HHS’s Latest Organ Donation Plan: Are “Best Practices” the Answer?

By Anne S. Kimbol, JD, LL.M. Candidate

In September 2003, The Organ Donation Breakthrough Collaborative: Best Practices Final Report (Final Report) was released.  A complete copy of the report can be found at http://www.organdonor.gov/bestpractice.htm.  The Best Practices were identified as part of a study involving six organ procurement organizations (OPOs) and 16 hospitals with high organ donation rates.  These practices are to be adopted by over 100 hospitals and 43 OPOs who agreed to join the Department of Health and Human Services (HHS) in its goal to increase the national rate of organ donation.  See http://www.hhs.gov/news/press/2003pres/20030909.html for the relevant HHS news release. HHS’s involvement in this program is part of HHS Secretary Thompson’s Gift of Life Donation Initiative, which he initially announced in April 2001.

The goal of the program is to increase the current national average of eligible organ donors who actually donate from 46 to 75 percent by adopting the “best practices” as detailed in the Final Report. See HHS news release at http://www.hhs.gov/news/press/2003pres/20030909.html. The practices identified are as follows: (1) orient organizational mission and goals toward increasing organ donation; (2) do not be satisfied with the status quo; innovate and experiment continuously; (3) strive to recruit and retain highly motivated and skilled staff; (4) appoint members to OPO board who can help achieve organ donation goals; (5) specialize roles to maximize performance, including family support, clinical coordination, and hospital relations; (6) tailor or adapt the organ donation process to complementary strengths of OPO and individual hospitals; (7) be there: integrate OPO staff into the fabric of high potential hospitals; (8) identify and support organ donation champions at various hospital levels; include leaders who are willing to be called upon to overcome barriers to organ donation in real time; (9) all aboard: secure and maintain buy-in at all levels of hospital staff and across departments/functions that affect organ donation; (10) educate constantly; tailor and accommodate to staff needs, requests, and constraints, including educational interactions regarding brain death criteria, donor identification, referral, consent and recovery processes, mechanisms for matching organs to recipients, transplantation processes, recipient care, bereavement care and criteria for donation after cardiac death; (11) design, implement, and monitor public education and outreach efforts to achieve informed consent and other donation goals; (12) referral: anticipate, don’t hesitate, call early even when in doubt; (13) draw on respective OPO and hospital strengths to establish an integrated consent process; (14) use data to drive decision-making; and (15) follow up in a timely and systemic manner: don’t let issues fester.  See Final Report.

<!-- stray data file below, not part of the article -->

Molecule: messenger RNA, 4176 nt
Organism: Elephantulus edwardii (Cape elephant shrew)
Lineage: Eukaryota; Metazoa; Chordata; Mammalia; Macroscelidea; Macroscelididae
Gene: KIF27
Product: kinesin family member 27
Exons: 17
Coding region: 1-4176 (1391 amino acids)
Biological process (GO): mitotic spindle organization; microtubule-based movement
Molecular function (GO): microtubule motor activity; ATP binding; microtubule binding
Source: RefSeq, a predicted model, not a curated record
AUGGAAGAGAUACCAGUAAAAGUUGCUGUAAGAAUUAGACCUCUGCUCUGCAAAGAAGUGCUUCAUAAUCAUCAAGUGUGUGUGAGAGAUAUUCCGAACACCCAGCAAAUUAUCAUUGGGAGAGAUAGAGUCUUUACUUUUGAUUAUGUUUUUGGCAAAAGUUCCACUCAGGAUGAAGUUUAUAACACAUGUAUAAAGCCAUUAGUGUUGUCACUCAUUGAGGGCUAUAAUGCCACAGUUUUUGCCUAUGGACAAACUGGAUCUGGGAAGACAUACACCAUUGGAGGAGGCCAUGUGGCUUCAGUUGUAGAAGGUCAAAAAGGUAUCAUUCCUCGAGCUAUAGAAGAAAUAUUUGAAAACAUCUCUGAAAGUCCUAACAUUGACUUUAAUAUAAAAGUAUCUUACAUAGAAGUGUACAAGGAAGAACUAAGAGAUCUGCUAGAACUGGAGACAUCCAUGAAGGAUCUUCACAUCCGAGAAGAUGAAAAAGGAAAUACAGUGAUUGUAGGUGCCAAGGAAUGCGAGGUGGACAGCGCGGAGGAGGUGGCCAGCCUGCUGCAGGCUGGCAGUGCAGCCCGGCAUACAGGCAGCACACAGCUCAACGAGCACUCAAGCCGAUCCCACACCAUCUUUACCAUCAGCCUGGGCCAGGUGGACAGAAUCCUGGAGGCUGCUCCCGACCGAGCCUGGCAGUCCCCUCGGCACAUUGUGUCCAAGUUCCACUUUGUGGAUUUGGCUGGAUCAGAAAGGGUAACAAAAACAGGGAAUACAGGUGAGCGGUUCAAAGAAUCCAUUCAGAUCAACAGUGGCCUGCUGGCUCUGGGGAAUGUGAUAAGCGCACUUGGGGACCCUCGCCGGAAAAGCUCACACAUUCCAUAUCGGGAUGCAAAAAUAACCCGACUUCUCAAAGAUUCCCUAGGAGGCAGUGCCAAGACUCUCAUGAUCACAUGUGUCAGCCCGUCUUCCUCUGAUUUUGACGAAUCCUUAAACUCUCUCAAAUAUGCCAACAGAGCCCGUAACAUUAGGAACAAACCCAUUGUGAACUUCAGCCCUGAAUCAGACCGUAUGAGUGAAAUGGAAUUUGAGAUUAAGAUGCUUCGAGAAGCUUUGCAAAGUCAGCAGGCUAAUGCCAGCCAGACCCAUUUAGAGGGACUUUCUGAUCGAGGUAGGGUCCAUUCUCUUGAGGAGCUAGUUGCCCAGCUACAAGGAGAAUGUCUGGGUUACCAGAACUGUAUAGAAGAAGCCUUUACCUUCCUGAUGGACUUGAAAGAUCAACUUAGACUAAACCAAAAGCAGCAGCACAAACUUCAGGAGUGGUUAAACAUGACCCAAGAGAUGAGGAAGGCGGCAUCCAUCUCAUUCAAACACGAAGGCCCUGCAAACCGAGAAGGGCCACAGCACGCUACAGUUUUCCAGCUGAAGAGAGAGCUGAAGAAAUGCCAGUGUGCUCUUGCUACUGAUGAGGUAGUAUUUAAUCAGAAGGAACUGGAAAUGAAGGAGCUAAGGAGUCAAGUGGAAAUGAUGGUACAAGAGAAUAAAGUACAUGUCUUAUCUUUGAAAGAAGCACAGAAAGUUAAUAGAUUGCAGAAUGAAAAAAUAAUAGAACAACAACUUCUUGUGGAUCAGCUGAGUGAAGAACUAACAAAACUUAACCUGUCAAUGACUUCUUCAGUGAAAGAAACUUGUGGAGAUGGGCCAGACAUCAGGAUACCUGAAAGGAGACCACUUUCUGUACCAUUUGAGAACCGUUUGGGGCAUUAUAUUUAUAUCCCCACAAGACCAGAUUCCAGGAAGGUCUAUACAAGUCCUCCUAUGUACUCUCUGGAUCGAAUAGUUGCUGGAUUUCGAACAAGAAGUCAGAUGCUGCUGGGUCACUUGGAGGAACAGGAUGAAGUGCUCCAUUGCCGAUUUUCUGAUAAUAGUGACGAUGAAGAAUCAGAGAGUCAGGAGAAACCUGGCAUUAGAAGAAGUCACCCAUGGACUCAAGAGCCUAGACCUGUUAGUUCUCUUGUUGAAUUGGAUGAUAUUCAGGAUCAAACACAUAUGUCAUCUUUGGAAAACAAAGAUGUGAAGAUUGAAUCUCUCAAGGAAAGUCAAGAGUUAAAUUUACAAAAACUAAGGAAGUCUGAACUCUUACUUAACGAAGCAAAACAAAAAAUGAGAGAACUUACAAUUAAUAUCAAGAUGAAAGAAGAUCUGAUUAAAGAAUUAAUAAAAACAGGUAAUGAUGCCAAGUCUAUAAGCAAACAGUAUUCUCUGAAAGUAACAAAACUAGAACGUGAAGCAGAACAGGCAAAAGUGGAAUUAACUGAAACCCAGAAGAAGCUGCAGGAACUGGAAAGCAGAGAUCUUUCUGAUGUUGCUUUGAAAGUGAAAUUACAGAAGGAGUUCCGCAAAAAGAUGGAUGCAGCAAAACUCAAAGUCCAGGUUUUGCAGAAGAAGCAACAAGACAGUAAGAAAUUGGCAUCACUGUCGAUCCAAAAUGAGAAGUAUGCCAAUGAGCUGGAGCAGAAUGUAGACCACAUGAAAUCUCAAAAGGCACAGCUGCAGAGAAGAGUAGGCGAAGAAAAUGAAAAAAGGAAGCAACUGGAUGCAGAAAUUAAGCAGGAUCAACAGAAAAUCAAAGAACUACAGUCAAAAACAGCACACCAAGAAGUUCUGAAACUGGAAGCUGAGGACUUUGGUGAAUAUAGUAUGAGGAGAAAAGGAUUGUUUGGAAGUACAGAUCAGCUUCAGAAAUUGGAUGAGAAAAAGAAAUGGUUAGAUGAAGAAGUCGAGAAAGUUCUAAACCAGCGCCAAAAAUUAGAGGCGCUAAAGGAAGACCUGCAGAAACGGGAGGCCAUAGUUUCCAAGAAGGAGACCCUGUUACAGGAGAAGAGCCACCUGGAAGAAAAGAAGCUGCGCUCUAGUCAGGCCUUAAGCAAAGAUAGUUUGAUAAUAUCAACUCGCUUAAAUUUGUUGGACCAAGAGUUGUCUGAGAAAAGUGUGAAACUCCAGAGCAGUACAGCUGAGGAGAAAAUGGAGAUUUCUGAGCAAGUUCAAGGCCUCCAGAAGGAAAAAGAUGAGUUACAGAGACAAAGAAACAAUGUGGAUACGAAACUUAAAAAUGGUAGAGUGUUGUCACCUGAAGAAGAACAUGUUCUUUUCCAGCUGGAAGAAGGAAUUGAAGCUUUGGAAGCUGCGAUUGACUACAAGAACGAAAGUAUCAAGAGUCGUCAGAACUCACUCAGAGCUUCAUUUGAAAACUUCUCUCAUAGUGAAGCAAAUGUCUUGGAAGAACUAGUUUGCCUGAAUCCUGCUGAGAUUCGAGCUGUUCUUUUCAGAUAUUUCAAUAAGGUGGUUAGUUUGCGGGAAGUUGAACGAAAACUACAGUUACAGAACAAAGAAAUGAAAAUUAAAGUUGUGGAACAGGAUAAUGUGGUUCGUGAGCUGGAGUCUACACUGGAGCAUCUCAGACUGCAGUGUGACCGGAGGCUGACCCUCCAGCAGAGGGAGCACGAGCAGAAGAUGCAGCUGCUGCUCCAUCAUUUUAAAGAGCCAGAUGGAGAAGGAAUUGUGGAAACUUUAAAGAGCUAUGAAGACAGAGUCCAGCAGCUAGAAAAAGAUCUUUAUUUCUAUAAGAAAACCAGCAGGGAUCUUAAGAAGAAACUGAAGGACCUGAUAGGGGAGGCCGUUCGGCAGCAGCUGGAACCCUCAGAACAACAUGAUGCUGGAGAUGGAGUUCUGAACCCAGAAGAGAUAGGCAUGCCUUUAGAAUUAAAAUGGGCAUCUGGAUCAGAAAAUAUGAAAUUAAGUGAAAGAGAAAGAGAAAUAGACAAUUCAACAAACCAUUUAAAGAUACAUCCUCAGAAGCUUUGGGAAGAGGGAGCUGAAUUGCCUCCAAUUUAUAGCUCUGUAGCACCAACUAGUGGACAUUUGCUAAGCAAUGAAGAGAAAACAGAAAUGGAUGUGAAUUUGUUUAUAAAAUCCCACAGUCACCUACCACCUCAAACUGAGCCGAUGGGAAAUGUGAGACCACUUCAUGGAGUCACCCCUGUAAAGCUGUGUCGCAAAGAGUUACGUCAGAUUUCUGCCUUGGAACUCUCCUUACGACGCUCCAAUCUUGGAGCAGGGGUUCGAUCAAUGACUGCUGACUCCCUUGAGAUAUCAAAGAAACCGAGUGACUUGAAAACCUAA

To date, there has been little critical response to this report.  At first glance, however, there appear to be several weaknesses in this program - its failure to address the fears of donees and its failure to allay the concerns of potential donors.  While there is little doubt that an integrated and efficient procurement team is necessary in order to navigate the various stages of the procurement and transplantation process, there is no evidence that the obstacle to higher donation rates lies within the health care community.  To the extent there is a problem within the industry, Secretary Thompson addressed this issue in August 2003 by awarding 13 grants worth a total of $4.3 million to support social-behavioral and clinical intervention programs in order to increase organ and tissue donation.  See “HHS Awards $4.3 Million to Spur Organ and Tissue Donation,” an HHS press release, at http://www.hhs.gov/news/press/2003pres/20030820.html.

In February 2003, the Advisory Committee on Transplantation (ACOT) forwarded an interim report to Secretary Thompson containing recommendations for addressing issues regarding organ donation.  See Jim Warren, “Advisory panel calls on HHS Secretary Thompson to develop and maintain live organ donor registry,” Transplant News, No. 3, Vol. 13, Feb. 14, 2003.  The recommendations regarding living donors focus on the need for informed consent standards, the possible advantages in offering incentives for donation, the need to provide support for donors and their families, and the benefits of adding information regarding donation to the curriculum in public schools.  Id.  The recommendations also acknowledge the need to perform research and maintain data in order to better understand the cause of organ rejection.  Id.  While several of the recommendations proposed changes within the health care community, the vast majority of the recommendations focused on the need for better understanding of donation practices in the general public.

A review of the Organ Procurement and Transplant Network (OPTN) web site at http://www.optn.org and Coalition on Donation web site at http://www.shareyourlife.org reveals a list of myths regarding organ donation that create fear in the public regarding donation and effectively decrease the number of volunteer donors.  Until these fears, held by potential donees and donors alike are addressed, an increase in organ and tissue donation is unlikely, no matter how well-funded and motivated the health care community may be.